Medicine 2.0 (2012): YouTube and Medical Education

Speaker: Margaret Hansen, a nurse from University of San Francisco who spoke on her scope review of You Tube in medical Education.
There are 575 Hospital YouTube channels, it is only behind Facebook and Twitter in terms of hospital social media accounts:
  • 1,068 Facebook accounts
  • 814 Twitter accounts
  • 575 YouTube
  • 566 LinkedIn
  • 149 Blogs
She gave some cautions to using YouTube. It is important to review anything you want to use before recommending it to students. She pointed to an editorial in the NEJM on the misinformation in purportedly educational videos on movement disorders.
Her review identified 14 published papers on YouTube and medical education. She tried to show that the body of literature was growing but the data was not compelling.
  • 2008 2 articles
  • 2009 0 articles
  • 2010 0 articles
  • 2011 6 articles
  • 2012 7 articles
Some final thoughts and points that she made:
Disappointed by the lack of rigorous trials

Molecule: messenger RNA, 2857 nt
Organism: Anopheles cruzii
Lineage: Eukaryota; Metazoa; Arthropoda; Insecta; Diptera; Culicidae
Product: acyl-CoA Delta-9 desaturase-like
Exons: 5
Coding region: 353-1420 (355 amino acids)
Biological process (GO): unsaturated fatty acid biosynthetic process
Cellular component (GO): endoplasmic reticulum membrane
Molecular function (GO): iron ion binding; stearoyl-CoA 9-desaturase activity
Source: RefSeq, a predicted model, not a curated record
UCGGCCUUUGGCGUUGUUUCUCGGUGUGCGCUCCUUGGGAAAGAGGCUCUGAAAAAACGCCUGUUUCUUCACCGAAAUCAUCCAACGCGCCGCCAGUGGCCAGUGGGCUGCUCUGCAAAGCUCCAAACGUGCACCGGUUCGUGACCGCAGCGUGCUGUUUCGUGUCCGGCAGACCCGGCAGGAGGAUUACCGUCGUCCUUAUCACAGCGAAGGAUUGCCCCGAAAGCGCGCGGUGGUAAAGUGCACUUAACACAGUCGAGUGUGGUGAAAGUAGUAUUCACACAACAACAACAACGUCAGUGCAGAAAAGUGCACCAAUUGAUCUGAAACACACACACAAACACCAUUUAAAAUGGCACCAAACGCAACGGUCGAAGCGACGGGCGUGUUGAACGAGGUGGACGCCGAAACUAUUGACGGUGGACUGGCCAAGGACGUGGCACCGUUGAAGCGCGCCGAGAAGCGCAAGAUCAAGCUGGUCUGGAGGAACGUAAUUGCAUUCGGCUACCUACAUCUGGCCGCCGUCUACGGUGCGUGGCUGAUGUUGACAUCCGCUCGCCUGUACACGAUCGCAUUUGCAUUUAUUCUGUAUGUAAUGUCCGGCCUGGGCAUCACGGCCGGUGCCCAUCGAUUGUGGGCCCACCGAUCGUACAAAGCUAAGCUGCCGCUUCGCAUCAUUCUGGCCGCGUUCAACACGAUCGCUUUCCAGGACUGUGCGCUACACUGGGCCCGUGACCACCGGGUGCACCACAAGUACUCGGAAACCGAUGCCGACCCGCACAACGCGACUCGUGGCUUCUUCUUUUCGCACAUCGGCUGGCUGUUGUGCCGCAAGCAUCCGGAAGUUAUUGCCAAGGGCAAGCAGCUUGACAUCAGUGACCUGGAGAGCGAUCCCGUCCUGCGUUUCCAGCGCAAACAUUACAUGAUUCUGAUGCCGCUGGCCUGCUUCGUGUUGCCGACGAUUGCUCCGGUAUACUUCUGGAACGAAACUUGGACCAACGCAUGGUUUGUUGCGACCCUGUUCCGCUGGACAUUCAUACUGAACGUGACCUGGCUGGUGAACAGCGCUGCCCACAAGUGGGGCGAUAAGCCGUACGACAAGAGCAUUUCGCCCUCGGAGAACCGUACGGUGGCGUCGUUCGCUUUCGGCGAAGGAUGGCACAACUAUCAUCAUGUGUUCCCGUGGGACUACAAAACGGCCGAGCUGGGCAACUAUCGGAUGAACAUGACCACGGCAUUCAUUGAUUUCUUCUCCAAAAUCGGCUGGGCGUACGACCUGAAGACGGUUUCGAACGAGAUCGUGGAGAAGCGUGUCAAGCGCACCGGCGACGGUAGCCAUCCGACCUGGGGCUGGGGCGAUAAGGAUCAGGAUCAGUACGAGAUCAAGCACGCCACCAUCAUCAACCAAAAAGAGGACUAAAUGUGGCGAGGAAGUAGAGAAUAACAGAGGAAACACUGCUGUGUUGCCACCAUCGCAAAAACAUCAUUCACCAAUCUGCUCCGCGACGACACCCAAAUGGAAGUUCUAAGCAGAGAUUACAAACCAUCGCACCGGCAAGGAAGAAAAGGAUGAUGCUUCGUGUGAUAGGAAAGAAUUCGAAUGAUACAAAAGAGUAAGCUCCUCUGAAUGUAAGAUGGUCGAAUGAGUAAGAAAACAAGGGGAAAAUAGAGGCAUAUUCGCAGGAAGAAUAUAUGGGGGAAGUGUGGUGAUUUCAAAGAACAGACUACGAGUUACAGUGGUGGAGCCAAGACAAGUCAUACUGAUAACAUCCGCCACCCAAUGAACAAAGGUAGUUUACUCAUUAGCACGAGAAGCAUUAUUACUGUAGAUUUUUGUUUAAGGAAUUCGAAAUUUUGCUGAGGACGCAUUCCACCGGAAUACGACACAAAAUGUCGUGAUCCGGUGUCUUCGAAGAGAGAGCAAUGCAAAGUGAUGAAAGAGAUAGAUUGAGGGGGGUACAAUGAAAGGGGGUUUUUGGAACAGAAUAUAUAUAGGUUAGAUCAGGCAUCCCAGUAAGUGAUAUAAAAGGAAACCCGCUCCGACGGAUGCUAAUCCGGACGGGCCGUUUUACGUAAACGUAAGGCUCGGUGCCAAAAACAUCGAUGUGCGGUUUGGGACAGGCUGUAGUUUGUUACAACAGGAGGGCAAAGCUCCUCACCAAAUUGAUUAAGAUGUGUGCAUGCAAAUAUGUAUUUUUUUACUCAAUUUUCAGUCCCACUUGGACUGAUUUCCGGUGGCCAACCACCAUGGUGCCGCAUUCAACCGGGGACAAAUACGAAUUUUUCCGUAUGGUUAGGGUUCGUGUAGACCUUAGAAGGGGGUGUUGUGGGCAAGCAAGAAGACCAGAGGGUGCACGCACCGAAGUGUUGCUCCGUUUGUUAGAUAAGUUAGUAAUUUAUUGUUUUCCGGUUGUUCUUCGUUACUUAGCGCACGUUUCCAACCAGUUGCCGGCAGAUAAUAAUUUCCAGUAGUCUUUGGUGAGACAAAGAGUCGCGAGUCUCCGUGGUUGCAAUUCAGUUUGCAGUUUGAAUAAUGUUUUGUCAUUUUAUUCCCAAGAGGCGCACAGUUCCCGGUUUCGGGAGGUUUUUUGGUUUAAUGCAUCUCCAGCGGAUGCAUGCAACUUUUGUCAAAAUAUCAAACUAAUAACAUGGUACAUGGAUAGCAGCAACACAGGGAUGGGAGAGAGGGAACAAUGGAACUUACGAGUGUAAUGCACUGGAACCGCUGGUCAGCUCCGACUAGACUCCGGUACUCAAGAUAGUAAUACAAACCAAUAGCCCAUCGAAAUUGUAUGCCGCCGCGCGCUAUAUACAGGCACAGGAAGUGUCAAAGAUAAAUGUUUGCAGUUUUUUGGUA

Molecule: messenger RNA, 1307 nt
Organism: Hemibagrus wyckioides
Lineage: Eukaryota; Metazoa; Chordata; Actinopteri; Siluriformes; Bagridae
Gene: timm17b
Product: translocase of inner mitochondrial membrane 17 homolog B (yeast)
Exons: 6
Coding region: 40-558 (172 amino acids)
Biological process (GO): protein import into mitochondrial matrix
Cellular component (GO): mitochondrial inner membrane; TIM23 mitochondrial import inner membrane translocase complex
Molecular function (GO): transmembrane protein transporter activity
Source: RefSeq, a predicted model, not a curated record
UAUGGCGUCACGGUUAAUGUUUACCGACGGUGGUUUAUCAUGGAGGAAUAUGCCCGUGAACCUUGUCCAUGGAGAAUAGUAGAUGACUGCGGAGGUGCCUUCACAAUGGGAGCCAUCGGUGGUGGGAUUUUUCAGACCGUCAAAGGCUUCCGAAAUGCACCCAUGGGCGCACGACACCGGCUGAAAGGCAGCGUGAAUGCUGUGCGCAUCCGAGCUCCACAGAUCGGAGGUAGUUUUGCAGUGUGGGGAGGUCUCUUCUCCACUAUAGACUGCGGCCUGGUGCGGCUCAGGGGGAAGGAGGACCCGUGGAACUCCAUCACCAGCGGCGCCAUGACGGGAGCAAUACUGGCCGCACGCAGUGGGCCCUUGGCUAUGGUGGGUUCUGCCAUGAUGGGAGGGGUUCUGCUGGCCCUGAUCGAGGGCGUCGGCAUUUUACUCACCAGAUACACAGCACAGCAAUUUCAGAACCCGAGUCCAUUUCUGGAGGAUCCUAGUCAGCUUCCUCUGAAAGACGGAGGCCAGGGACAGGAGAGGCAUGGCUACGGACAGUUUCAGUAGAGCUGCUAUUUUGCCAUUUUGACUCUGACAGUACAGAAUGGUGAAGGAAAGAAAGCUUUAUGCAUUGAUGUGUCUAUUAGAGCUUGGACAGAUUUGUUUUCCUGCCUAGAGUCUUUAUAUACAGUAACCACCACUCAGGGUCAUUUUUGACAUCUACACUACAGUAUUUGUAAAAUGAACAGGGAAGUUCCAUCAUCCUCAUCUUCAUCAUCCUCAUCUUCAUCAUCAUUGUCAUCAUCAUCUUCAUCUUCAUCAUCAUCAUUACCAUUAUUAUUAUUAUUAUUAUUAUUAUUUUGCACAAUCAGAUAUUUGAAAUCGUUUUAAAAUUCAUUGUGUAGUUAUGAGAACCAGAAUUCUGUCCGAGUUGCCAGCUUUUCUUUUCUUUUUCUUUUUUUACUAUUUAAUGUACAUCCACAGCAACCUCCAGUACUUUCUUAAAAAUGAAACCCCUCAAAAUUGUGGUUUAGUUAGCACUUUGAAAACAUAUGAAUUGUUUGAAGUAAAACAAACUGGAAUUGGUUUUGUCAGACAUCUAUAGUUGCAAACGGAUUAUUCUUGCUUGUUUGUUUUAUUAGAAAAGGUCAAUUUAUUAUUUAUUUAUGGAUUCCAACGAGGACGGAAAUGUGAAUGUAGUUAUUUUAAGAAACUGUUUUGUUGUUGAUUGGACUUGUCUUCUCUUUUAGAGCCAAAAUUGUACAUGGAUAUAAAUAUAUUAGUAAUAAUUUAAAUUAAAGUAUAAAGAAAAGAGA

She viewed video as an enhancement not a replacement for teacher lead education.
Short videos more effective than long videos
Editorial: I was surprised to see how popular YouTube is as a social media site. I was disappointed that she limited her search to YouTube videos. It seems that the larger question is how effective is video in education and the method of delivery is less important than the content.

Joel Topf, MD
eAJKD advisory board member

Check out all of eAJKD’s coverage of Medicine 2.0 here.

1 Comment on Medicine 2.0 (2012): YouTube and Medical Education

  1. http://www.ncbi.nlm.nih.gov/pubmed/22460179
    This is data from a nephrology based You tube channel

2 Trackbacks / Pingbacks

  1. Medicine 2.0: YouTube and Medical Education – « renalgate
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